Promoting a Modern Novel or Trying to Make Sense of the Universe

Catherine McNamara interviews three authors who have worked with or are working with an independent publisher.

First off is Charlie Hill whose novel ‘The Space Between Things’ came out in October 2010...

What sort of expectations did you have when you signed with a small publisher?

None really.

You’ve written for newspapers such as the Times Literary Supplement, the New Statesman, the Independent on Sunday. Did you use these contacts?

I tried. But due to a combination of my over-exuberance (in the run-up to the launch of your debut novel, it's easy to forget how to approach the national press) and editorial indifference, none of them bit...

How important was a web presence and social networking for you? How effective did they prove and what other methods did you use to reach your audience?

I got in touch with Hay and other festivals, encouraged local cafes to take a punt on stocking the thing, harassed mums at local baby groups... Marginally more successful than any of this was my leafletting (The Times called my novel a 'celebration' of the suburb in which it was set, so I stuck that on a flyer and did the whole postcode.)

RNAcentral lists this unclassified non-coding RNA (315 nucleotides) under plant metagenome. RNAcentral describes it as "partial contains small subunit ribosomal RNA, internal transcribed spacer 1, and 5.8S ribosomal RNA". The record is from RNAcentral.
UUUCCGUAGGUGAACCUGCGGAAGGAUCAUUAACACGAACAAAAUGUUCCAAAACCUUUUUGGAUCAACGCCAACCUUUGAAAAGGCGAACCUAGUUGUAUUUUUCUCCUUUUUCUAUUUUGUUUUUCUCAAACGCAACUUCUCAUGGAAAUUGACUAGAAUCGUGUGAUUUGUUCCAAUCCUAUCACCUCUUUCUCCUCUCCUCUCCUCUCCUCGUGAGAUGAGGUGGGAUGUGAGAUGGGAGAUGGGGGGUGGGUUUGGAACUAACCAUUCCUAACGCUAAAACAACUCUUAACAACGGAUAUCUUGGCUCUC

I'm a bit sketchy when it comes to social networking - I make do with a free website and a rather pre-Twitter approach to 'friendships' on Facebook - so it's difficult to draw any conclusions from the effectiveness or otherwise of my web presence. I do think that you can spend too much time on it though. I can see the value of Facebook pages and Tweeting and - at a pinch - working to build a following for a writing-related blog, but trailers on Youtube? It's an obsession at the moment, for both writers and their publishers and the only thing writers should be obsessed about is their work. Place a short story in a decent mag and the interest will come; it all comes back to the work, after all.

What were the highs and lows of your publishing experience?